Nagaland: 15 pictures of India’s most fascinating tribes

written by Diana Jarvis
updated 12/9/2018
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Last year our roaming photographer Diana Jarvis took some time away from her usual stomping grounds in Europe and headed to the far northeastern Indian state of Nagaland to witness the annual Hornbill Festival. Here, she shares 15 pictures of the region's fascinating tribes.

“I’d visited India on several other occasions but my trip to Nagaland was a real photographer’s dream", she says, "the people are extremely welcoming and proud to show off their cultural heritage but equally connected to the modern world and, like anywhere else in India, they love to pose for photos."

"Nagaland didn’t become part of India until 1963 and, owing to its remote position bordering Assam and Myanmar, doesn’t feature regularly on many an Indian itinerary. During the second world war, however, the capital city Kohima was the site of a famous frontier battle between the Allies and the Japanese troops. As a result, the people of Nagaland have a great fondness for the efficiency of the Brits and many speak perfect English."

"The landscape is mountainous, dramatic and teeming with wildlife. The food – give or take the odd blow-your-head-off Naga chilli – was so unique and tasty that they have their own annual Masterchef competition at the Hornbill Festival. Other cultural highlights include demonstrations of a traditional stone-throwing game, ceremonial chanting, warrior dances, plays performed in various Naga dialects and the greased-bamboo climbing competition – but my highlight was witnessing the stone pulling at Viswema which, apparently, only happens roughly once every seven years."

A man from the Konyak tribe in battle mode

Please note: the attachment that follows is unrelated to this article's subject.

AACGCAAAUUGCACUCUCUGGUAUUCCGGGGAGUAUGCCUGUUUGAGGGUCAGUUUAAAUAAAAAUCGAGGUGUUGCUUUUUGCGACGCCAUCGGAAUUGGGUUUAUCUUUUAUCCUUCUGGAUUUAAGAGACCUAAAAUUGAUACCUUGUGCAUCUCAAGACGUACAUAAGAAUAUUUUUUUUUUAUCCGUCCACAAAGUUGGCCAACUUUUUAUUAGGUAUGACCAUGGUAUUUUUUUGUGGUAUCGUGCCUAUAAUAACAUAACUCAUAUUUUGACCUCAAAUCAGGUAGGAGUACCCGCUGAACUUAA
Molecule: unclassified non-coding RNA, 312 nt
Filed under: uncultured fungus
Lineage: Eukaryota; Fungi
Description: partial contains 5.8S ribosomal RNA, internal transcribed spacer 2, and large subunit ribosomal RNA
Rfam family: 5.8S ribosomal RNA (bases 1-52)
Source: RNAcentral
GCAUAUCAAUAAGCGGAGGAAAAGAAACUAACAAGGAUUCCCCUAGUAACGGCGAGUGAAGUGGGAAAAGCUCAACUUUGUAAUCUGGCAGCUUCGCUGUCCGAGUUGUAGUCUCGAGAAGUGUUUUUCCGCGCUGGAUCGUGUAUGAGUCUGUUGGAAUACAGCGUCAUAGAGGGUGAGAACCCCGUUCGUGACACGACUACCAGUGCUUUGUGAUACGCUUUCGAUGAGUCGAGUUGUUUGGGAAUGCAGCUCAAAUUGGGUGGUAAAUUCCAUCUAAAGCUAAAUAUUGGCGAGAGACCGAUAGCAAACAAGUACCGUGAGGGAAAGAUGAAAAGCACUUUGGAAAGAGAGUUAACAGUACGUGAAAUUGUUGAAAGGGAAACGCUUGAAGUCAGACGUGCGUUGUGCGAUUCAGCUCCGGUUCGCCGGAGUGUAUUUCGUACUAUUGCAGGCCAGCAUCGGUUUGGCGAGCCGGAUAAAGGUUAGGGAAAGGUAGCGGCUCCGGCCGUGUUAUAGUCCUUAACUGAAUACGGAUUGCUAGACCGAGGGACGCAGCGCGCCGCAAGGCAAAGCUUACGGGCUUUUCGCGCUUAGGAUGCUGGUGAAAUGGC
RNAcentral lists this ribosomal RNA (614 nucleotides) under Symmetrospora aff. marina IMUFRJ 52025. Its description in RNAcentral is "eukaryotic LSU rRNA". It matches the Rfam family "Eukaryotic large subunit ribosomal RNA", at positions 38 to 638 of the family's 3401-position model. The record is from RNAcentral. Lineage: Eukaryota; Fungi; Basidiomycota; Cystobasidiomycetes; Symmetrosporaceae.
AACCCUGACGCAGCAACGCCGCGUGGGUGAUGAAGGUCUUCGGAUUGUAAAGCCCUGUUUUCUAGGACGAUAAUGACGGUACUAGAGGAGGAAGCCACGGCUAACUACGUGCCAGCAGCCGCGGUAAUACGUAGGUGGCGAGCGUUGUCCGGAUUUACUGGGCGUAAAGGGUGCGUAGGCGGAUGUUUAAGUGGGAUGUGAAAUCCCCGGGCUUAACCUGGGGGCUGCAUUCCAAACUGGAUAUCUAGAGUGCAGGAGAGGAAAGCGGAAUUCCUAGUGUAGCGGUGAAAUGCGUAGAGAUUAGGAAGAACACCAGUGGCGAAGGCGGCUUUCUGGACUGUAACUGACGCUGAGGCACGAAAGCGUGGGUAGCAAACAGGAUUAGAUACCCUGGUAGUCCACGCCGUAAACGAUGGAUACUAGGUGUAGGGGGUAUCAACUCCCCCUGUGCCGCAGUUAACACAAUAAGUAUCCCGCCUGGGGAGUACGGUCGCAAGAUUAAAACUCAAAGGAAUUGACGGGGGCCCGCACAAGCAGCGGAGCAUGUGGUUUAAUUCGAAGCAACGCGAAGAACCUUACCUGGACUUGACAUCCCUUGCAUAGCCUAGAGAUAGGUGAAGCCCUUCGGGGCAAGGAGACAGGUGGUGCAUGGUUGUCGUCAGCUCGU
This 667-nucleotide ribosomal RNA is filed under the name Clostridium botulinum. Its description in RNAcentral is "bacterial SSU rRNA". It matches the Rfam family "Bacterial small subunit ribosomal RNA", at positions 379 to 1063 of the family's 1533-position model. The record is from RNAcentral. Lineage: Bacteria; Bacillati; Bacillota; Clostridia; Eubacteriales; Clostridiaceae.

Ladies of the Konyak tribe fix an earring

Greased bamboo pole climbing competition at the Hornbill Festival

A gun-toting tribe line up for action

Stone throwing gets underway

Tribal men display feathers and weapons

Hornbill Festival dancing begins

An Angami tribesman

A Konyak tribesman

A smile as tribes get together

Konyak tribe member captures the moment

Stone pulling underway at Viswema village

Crowds gather

All hands on deck

A ceremonial start

You can see more of Diana's work on her website. Explore more of India with the Rough Guide to India. Compare flights, book hostels for your trip, and don’t forget to purchase travel insurance before you go.

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written by Diana Jarvis
updated 12/9/2018
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Diana is a photographer and writer based in Margate, Kent. She has shot ten guidebooks for Rough Guides and undertaken numerous commissions for Visit England, National Geographic Traveller (UK), GreenTraveller and Cool Camping, among others. She is currently the editor of Eye for the Light a subscription-only, digital publication in association with Travel Photographer of the Year and is also the Publishing and Photography Director at the British Guild of Travel Writers. Follow her on Instagram and Twitter.

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